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Got a radio; now the antenna.

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jassing

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b7spectra

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Depending on what the repeater coverage is in your area. If your repeaters are nearby and in a city enviroment, then a 1/4 wave would work. If you live out in the burbs and the repeaters are a ways away, go with the gain antenna.

It's funny here in the Metro Atlanta area, all of the repeaters are out in the burbs and nothing in the city!
 

jassing

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Thanks -- I'm out in the sticks... and since it's gmrs and we have no repeaters around; i'll go with the higher gain antenna.

Thank you for the advice!

-josh
 

ermin

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Quickcall

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I've always had good luck with a standard 1/4 wave antenna in the rural areas. Laird makes a good line of decent looking antennas.
 

WA4VBC

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If you are in a rural area, you might consider a 5/8 over a 5/8 wave antenna that will get you 5 db gain. The length will be 33" or so. With any of these types of commercial quality mobile antennas, you will need to cut them to length as they normally come for frequencies of 450 to 470 MHz or so. A SWR meter will be a big help in getting maximum performance. Have fun. KAE5442
 
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jassing

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3' is taller than I had hoped for; but 5db gain sounds nice. But I found this antenna that could work (I cannot mount on roof, so no ground plane sounds perfect!)
while looking I saw a laird antenna: Laird Phantom Antenna claims are grand; can't find a real-word review.. but 3db and sub 4" sound (well) unbelievable but it's tempting.
 
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mmckenna

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Higher gain isn't alway better. If you start getting into really high gain antennas, the radiation pattern will start working against you.

1/4 wave mobile to 1/4 wave mobile both on truck rooftops I was able to do 14 miles, no repeater, on GMRS. Likely I could have gone further but a mountain got in-between the two of us.

I've used 5/8 wave on GMRS, and didn't really see much improvement over 1/4 wave. I've never use anything higher gain than the 5/8's.

A good radio with a sensitive receiver and a well installed antenna will likely do more than focusing on gain numbers too much. Likely you won't see too much of a difference between antennas unless you are really out on the fringe of coverage. Often the local terrain is a bigger issue than your antenna pattern, power output, etc.

I've got a used Comtelco 5/8 wave antenna sitting in my box of "stuff to get rid of". NMO mount, like new. If you want to try one out, I'll sell it to you cheap. I've got some 1/4 wave UHF antennas also I could toss one in so you can compare.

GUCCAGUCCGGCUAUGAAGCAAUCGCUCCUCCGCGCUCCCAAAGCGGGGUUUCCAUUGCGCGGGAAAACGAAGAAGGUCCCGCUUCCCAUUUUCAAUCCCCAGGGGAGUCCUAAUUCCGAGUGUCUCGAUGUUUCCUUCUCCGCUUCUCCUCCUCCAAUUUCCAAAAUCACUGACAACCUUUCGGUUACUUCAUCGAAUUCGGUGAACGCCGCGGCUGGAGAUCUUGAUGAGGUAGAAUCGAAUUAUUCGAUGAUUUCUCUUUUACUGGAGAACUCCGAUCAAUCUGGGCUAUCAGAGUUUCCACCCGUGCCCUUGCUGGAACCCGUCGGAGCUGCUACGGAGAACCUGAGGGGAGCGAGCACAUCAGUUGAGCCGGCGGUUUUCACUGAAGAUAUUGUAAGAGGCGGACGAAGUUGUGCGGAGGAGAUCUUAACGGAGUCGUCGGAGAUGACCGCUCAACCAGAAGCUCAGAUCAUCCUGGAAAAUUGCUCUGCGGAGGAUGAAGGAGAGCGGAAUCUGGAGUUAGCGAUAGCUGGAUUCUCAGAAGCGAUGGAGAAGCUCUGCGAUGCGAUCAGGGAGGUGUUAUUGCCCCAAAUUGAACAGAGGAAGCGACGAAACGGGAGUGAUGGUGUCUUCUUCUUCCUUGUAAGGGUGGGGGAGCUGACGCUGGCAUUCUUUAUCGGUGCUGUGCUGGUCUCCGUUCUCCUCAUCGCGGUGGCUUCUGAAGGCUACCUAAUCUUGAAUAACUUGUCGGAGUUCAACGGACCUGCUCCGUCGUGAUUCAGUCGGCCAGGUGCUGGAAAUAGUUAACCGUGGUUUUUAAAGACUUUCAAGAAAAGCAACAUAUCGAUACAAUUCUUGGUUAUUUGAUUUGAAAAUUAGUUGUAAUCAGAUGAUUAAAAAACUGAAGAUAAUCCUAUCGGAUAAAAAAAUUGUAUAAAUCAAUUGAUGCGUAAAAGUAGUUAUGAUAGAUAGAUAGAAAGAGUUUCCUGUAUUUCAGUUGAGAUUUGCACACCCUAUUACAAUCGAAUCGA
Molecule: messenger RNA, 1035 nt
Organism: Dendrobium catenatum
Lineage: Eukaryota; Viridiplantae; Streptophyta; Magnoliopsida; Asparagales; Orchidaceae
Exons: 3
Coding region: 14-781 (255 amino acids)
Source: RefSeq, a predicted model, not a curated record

KX4KDH

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3' is taller than I had hoped for; but 5db gain sounds nice. But I found this antenna that could work (I cannot mount on roof, so no ground plane sounds perfect!)
while looking I saw a laird antenna: Laird Phantom Antenna claims are grand; can't find a real-word review.. but 3db and sub 4" sound (well) unbelievable but it's tempting.
You can't mount an antenna on the roof? Why not? And also STAY AWAY from the Phantom antennas.... There is just no substitute for a whip... I am using a 35w Kenwood TK-830 with an NMO mounted 6" whip...
 

mmckenna

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Ok; read up on the phantom -- that's out -- so since laird seems to have a good rep -- Out of these two choices, which would be better?

3db Roof Mounted 5/8 whip (11")
or
5db Body mounted, 5/8 (assume) over 5/8 (33")

is it a wash ? 3db optimal position vs 5db gain in not optimal ?

thanks.
The 5/8's on the roof top will work better as it will have a cleaner, more unobstructed radiation pattern. Anything short of a center of the roof mount installation will be a compromise. Some locations are just less of a compromise that others. You could do the collinear on the fender, and you may see an improved signal in some directions, but for all around, roof top is better.

I wouldn't get too concerned about this decision. If you install an NMO mount, either permanent, bracket or magnetic mount, you can easily swap antennas later. A 5/8's wave is a good compromise between gain and size. You won't see big differences between antenna designs unless you jump to something directional. For a vertical mobile, the difference between a quarter wave and a high gain collinear likely won't be noticed. I had a 5/8's on my truck a few years back, and I honestly couldn't tell the difference between that and a quarter wave. I went back to the quarter wave since it was less of an issue in parking garages.
 
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